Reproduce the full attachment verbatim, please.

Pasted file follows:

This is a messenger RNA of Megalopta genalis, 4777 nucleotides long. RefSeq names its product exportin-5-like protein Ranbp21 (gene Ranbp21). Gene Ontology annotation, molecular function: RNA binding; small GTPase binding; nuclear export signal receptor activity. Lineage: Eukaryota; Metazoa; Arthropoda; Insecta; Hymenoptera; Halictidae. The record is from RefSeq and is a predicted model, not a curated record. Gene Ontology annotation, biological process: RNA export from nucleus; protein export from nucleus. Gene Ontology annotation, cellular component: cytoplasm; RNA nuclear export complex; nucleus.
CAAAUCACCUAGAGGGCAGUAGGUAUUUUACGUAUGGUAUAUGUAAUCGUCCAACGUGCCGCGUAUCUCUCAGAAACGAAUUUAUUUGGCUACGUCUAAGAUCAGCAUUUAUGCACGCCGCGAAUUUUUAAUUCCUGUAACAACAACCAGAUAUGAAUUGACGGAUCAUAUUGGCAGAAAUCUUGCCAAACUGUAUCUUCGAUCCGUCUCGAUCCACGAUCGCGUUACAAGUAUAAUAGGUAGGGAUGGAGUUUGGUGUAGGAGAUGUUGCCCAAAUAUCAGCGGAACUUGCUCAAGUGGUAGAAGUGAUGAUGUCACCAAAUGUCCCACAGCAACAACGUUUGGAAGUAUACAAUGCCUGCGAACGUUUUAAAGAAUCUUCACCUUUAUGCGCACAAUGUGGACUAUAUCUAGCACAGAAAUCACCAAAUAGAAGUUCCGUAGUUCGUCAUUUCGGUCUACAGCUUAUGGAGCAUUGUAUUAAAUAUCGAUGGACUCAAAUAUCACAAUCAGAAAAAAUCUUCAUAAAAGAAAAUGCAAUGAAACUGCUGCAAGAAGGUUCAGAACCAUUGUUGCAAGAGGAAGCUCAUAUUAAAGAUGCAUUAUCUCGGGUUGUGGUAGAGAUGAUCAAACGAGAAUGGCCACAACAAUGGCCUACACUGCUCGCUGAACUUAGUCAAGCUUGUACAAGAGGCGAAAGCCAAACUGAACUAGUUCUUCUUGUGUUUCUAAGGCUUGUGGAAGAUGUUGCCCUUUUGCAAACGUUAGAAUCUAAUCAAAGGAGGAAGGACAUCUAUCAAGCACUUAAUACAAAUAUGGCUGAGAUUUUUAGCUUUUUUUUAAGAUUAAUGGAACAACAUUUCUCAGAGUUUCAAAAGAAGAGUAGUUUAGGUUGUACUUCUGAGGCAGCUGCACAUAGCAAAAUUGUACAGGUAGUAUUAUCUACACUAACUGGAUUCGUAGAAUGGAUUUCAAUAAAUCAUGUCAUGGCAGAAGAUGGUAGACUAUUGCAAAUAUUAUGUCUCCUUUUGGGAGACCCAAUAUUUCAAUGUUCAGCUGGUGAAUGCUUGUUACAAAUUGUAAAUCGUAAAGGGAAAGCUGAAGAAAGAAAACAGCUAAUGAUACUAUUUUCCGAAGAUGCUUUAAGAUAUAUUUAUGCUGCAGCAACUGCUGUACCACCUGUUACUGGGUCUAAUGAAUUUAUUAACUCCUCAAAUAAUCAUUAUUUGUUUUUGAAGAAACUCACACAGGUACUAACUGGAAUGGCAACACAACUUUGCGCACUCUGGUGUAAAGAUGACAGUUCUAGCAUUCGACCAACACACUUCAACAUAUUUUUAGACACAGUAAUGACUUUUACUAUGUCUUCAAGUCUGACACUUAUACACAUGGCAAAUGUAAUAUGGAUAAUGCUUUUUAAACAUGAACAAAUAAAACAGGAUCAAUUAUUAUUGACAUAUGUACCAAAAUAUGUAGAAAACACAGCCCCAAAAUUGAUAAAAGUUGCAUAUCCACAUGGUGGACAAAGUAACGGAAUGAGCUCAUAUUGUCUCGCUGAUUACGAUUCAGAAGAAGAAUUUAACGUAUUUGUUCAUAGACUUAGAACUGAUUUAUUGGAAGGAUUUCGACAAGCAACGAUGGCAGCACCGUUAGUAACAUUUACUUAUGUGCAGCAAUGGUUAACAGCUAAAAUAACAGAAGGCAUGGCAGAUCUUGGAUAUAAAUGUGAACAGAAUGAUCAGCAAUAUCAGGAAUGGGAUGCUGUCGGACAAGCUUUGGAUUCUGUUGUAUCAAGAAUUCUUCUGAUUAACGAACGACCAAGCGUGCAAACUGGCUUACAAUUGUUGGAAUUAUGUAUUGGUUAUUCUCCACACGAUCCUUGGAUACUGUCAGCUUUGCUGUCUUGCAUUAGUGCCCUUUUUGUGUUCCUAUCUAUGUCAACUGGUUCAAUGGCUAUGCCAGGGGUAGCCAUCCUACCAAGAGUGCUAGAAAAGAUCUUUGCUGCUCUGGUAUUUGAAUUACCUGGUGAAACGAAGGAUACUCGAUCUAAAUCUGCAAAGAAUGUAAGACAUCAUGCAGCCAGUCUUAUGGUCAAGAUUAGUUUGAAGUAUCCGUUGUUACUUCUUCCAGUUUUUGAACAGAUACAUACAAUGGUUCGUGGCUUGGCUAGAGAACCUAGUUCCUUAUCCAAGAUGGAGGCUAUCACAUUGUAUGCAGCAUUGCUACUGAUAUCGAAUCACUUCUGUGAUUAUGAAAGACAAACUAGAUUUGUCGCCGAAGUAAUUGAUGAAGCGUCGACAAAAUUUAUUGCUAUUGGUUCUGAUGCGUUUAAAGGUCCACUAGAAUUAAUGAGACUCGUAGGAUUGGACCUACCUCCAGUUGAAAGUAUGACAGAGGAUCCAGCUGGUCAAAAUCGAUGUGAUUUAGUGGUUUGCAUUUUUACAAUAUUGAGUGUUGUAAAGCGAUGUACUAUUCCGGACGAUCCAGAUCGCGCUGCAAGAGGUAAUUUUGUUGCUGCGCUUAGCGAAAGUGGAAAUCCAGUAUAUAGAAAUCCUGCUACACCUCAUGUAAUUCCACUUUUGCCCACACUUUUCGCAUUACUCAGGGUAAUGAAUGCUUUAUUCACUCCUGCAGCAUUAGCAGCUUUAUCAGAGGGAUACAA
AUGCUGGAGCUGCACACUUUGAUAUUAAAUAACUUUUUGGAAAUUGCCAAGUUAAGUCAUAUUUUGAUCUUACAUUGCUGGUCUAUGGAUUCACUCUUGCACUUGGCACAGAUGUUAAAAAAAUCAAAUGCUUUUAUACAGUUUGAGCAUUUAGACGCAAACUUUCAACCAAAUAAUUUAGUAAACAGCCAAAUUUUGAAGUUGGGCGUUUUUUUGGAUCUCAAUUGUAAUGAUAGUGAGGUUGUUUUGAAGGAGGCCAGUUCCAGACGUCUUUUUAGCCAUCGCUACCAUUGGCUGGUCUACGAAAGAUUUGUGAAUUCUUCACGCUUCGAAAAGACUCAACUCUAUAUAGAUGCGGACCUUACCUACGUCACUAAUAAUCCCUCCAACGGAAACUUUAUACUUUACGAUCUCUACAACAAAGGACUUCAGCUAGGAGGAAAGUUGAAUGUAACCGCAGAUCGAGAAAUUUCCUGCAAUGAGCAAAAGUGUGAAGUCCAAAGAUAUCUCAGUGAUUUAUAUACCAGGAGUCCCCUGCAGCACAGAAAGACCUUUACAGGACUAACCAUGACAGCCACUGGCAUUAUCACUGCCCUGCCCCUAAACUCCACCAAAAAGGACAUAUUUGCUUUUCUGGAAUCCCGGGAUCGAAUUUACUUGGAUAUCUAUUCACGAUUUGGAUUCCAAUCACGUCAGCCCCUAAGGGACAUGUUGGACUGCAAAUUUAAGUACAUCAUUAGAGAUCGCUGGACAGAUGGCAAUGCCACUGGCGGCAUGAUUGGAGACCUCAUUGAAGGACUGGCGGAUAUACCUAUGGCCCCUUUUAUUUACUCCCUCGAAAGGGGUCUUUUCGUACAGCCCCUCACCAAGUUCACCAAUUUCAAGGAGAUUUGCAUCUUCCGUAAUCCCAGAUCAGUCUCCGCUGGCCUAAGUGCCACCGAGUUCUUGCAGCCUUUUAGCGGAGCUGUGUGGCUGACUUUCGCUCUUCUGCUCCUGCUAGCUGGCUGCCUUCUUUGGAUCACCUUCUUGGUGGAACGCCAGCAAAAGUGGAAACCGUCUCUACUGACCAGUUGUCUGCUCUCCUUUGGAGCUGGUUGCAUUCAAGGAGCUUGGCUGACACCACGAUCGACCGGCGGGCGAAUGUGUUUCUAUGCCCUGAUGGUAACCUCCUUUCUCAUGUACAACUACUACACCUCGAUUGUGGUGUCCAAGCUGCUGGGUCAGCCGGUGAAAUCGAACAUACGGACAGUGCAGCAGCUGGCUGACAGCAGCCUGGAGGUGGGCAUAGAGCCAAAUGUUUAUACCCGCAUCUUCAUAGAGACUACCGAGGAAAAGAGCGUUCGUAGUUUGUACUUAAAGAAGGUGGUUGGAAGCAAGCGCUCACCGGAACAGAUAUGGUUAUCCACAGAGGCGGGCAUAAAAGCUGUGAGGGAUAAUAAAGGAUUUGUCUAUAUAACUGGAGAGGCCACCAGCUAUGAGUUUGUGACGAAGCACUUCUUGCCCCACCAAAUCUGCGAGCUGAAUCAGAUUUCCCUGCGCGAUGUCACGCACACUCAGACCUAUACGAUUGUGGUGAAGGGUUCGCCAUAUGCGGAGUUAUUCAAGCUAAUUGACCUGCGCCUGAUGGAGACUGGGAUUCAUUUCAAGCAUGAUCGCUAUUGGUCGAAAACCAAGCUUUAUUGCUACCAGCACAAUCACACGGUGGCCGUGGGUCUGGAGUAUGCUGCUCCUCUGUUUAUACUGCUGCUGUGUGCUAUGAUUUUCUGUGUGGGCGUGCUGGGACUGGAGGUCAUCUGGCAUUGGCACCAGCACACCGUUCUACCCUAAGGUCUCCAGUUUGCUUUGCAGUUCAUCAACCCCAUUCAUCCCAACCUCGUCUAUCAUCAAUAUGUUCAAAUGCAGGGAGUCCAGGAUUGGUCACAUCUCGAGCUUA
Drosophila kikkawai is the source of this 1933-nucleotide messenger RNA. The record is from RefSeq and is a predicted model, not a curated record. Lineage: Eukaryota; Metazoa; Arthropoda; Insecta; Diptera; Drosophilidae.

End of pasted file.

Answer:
This is a messenger RNA of Megalopta genalis, 4777 nucleotides long. RefSeq names its product exportin-5-like protein Ranbp21 (gene Ranbp21). Gene Ontology annotation, molecular function: RNA binding; small GTPase binding; nuclear export signal receptor activity. Lineage: Eukaryota; Metazoa; Arthropoda; Insecta; Hymenoptera; Halictidae. The record is from RefSeq and is a predicted model, not a curated record. Gene Ontology annotation, biological process: RNA export from nucleus; protein export from nucleus. Gene Ontology annotation, cellular component: cytoplasm; RNA nuclear export complex; nucleus.
CAAAUCACCUAGAGGGCAGUAGGUAUUUUACGUAUGGUAUAUGUAAUCGUCCAACGUGCCGCGUAUCUCUCAGAAACGAAUUUAUUUGGCUACGUCUAAGAUCAGCAUUUAUGCACGCCGCGAAUUUUUAAUUCCUGUAACAACAACCAGAUAUGAAUUGACGGAUCAUAUUGGCAGAAAUCUUGCCAAACUGUAUCUUCGAUCCGUCUCGAUCCACGAUCGCGUUACAAGUAUAAUAGGUAGGGAUGGAGUUUGGUGUAGGAGAUGUUGCCCAAAUAUCAGCGGAACUUGCUCAAGUGGUAGAAGUGAUGAUGUCACCAAAUGUCCCACAGCAACAACGUUUGGAAGUAUACAAUGCCUGCGAACGUUUUAAAGAAUCUUCACCUUUAUGCGCACAAUGUGGACUAUAUCUAGCACAGAAAUCACCAAAUAGAAGUUCCGUAGUUCGUCAUUUCGGUCUACAGCUUAUGGAGCAUUGUAUUAAAUAUCGAUGGACUCAAAUAUCACAAUCAGAAAAAAUCUUCAUAAAAGAAAAUGCAAUGAAACUGCUGCAAGAAGGUUCAGAACCAUUGUUGCAAGAGGAAGCUCAUAUUAAAGAUGCAUUAUCUCGGGUUGUGGUAGAGAUGAUCAAACGAGAAUGGCCACAACAAUGGCCUACACUGCUCGCUGAACUUAGUCAAGCUUGUACAAGAGGCGAAAGCCAAACUGAACUAGUUCUUCUUGUGUUUCUAAGGCUUGUGGAAGAUGUUGCCCUUUUGCAAACGUUAGAAUCUAAUCAAAGGAGGAAGGACAUCUAUCAAGCACUUAAUACAAAUAUGGCUGAGAUUUUUAGCUUUUUUUUAAGAUUAAUGGAACAACAUUUCUCAGAGUUUCAAAAGAAGAGUAGUUUAGGUUGUACUUCUGAGGCAGCUGCACAUAGCAAAAUUGUACAGGUAGUAUUAUCUACACUAACUGGAUUCGUAGAAUGGAUUUCAAUAAAUCAUGUCAUGGCAGAAGAUGGUAGACUAUUGCAAAUAUUAUGUCUCCUUUUGGGAGACCCAAUAUUUCAAUGUUCAGCUGGUGAAUGCUUGUUACAAAUUGUAAAUCGUAAAGGGAAAGCUGAAGAAAGAAAACAGCUAAUGAUACUAUUUUCCGAAGAUGCUUUAAGAUAUAUUUAUGCUGCAGCAACUGCUGUACCACCUGUUACUGGGUCUAAUGAAUUUAUUAACUCCUCAAAUAAUCAUUAUUUGUUUUUGAAGAAACUCACACAGGUACUAACUGGAAUGGCAACACAACUUUGCGCACUCUGGUGUAAAGAUGACAGUUCUAGCAUUCGACCAACACACUUCAACAUAUUUUUAGACACAGUAAUGACUUUUACUAUGUCUUCAAGUCUGACACUUAUACACAUGGCAAAUGUAAUAUGGAUAAUGCUUUUUAAACAUGAACAAAUAAAACAGGAUCAAUUAUUAUUGACAUAUGUACCAAAAUAUGUAGAAAACACAGCCCCAAAAUUGAUAAAAGUUGCAUAUCCACAUGGUGGACAAAGUAACGGAAUGAGCUCAUAUUGUCUCGCUGAUUACGAUUCAGAAGAAGAAUUUAACGUAUUUGUUCAUAGACUUAGAACUGAUUUAUUGGAAGGAUUUCGACAAGCAACGAUGGCAGCACCGUUAGUAACAUUUACUUAUGUGCAGCAAUGGUUAACAGCUAAAAUAACAGAAGGCAUGGCAGAUCUUGGAUAUAAAUGUGAACAGAAUGAUCAGCAAUAUCAGGAAUGGGAUGCUGUCGGACAAGCUUUGGAUUCUGUUGUAUCAAGAAUUCUUCUGAUUAACGAACGACCAAGCGUGCAAACUGGCUUACAAUUGUUGGAAUUAUGUAUUGGUUAUUCUCCACACGAUCCUUGGAUACUGUCAGCUUUGCUGUCUUGCAUUAGUGCCCUUUUUGUGUUCCUAUCUAUGUCAACUGGUUCAAUGGCUAUGCCAGGGGUAGCCAUCCUACCAAGAGUGCUAGAAAAGAUCUUUGCUGCUCUGGUAUUUGAAUUACCUGGUGAAACGAAGGAUACUCGAUCUAAAUCUGCAAAGAAUGUAAGACAUCAUGCAGCCAGUCUUAUGGUCAAGAUUAGUUUGAAGUAUCCGUUGUUACUUCUUCCAGUUUUUGAACAGAUACAUACAAUGGUUCGUGGCUUGGCUAGAGAACCUAGUUCCUUAUCCAAGAUGGAGGCUAUCACAUUGUAUGCAGCAUUGCUACUGAUAUCGAAUCACUUCUGUGAUUAUGAAAGACAAACUAGAUUUGUCGCCGAAGUAAUUGAUGAAGCGUCGACAAAAUUUAUUGCUAUUGGUUCUGAUGCGUUUAAAGGUCCACUAGAAUUAAUGAGACUCGUAGGAUUGGACCUACCUCCAGUUGAAAGUAUGACAGAGGAUCCAGCUGGUCAAAAUCGAUGUGAUUUAGUGGUUUGCAUUUUUACAAUAUUGAGUGUUGUAAAGCGAUGUACUAUUCCGGACGAUCCAGAUCGCGCUGCAAGAGGUAAUUUUGUUGCUGCGCUUAGCGAAAGUGGAAAUCCAGUAUAUAGAAAUCCUGCUACACCUCAUGUAAUUCCACUUUUGCCCACACUUUUCGCAUUACUCAGGGUAAUGAAUGCUUUAUUCACUCCUGCAGCAUUAGCAGCUUUAUCAGAGGGAUACAA
AUGCUGGAGCUGCACACUUUGAUAUUAAAUAACUUUUUGGAAAUUGCCAAGUUAAGUCAUAUUUUGAUCUUACAUUGCUGGUCUAUGGAUUCACUCUUGCACUUGGCACAGAUGUUAAAAAAAUCAAAUGCUUUUAUACAGUUUGAGCAUUUAGACGCAAACUUUCAACCAAAUAAUUUAGUAAACAGCCAAAUUUUGAAGUUGGGCGUUUUUUUGGAUCUCAAUUGUAAUGAUAGUGAGGUUGUUUUGAAGGAGGCCAGUUCCAGACGUCUUUUUAGCCAUCGCUACCAUUGGCUGGUCUACGAAAGAUUUGUGAAUUCUUCACGCUUCGAAAAGACUCAACUCUAUAUAGAUGCGGACCUUACCUACGUCACUAAUAAUCCCUCCAACGGAAACUUUAUACUUUACGAUCUCUACAACAAAGGACUUCAGCUAGGAGGAAAGUUGAAUGUAACCGCAGAUCGAGAAAUUUCCUGCAAUGAGCAAAAGUGUGAAGUCCAAAGAUAUCUCAGUGAUUUAUAUACCAGGAGUCCCCUGCAGCACAGAAAGACCUUUACAGGACUAACCAUGACAGCCACUGGCAUUAUCACUGCCCUGCCCCUAAACUCCACCAAAAAGGACAUAUUUGCUUUUCUGGAAUCCCGGGAUCGAAUUUACUUGGAUAUCUAUUCACGAUUUGGAUUCCAAUCACGUCAGCCCCUAAGGGACAUGUUGGACUGCAAAUUUAAGUACAUCAUUAGAGAUCGCUGGACAGAUGGCAAUGCCACUGGCGGCAUGAUUGGAGACCUCAUUGAAGGACUGGCGGAUAUACCUAUGGCCCCUUUUAUUUACUCCCUCGAAAGGGGUCUUUUCGUACAGCCCCUCACCAAGUUCACCAAUUUCAAGGAGAUUUGCAUCUUCCGUAAUCCCAGAUCAGUCUCCGCUGGCCUAAGUGCCACCGAGUUCUUGCAGCCUUUUAGCGGAGCUGUGUGGCUGACUUUCGCUCUUCUGCUCCUGCUAGCUGGCUGCCUUCUUUGGAUCACCUUCUUGGUGGAACGCCAGCAAAAGUGGAAACCGUCUCUACUGACCAGUUGUCUGCUCUCCUUUGGAGCUGGUUGCAUUCAAGGAGCUUGGCUGACACCACGAUCGACCGGCGGGCGAAUGUGUUUCUAUGCCCUGAUGGUAACCUCCUUUCUCAUGUACAACUACUACACCUCGAUUGUGGUGUCCAAGCUGCUGGGUCAGCCGGUGAAAUCGAACAUACGGACAGUGCAGCAGCUGGCUGACAGCAGCCUGGAGGUGGGCAUAGAGCCAAAUGUUUAUACCCGCAUCUUCAUAGAGACUACCGAGGAAAAGAGCGUUCGUAGUUUGUACUUAAAGAAGGUGGUUGGAAGCAAGCGCUCACCGGAACAGAUAUGGUUAUCCACAGAGGCGGGCAUAAAAGCUGUGAGGGAUAAUAAAGGAUUUGUCUAUAUAACUGGAGAGGCCACCAGCUAUGAGUUUGUGACGAAGCACUUCUUGCCCCACCAAAUCUGCGAGCUGAAUCAGAUUUCCCUGCGCGAUGUCACGCACACUCAGACCUAUACGAUUGUGGUGAAGGGUUCGCCAUAUGCGGAGUUAUUCAAGCUAAUUGACCUGCGCCUGAUGGAGACUGGGAUUCAUUUCAAGCAUGAUCGCUAUUGGUCGAAAACCAAGCUUUAUUGCUACCAGCACAAUCACACGGUGGCCGUGGGUCUGGAGUAUGCUGCUCCUCUGUUUAUACUGCUGCUGUGUGCUAUGAUUUUCUGUGUGGGCGUGCUGGGACUGGAGGUCAUCUGGCAUUGGCACCAGCACACCGUUCUACCCUAAGGUCUCCAGUUUGCUUUGCAGUUCAUCAACCCCAUUCAUCCCAACCUCGUCUAUCAUCAAUAUGUUCAAAUGCAGGGAGUCCAGGAUUGGUCACAUCUCGAGCUUA
Drosophila kikkawai is the source of this 1933-nucleotide messenger RNA. The record is from RefSeq and is a predicted model, not a curated record. Lineage: Eukaryota; Metazoa; Arthropoda; Insecta; Diptera; Drosophilidae.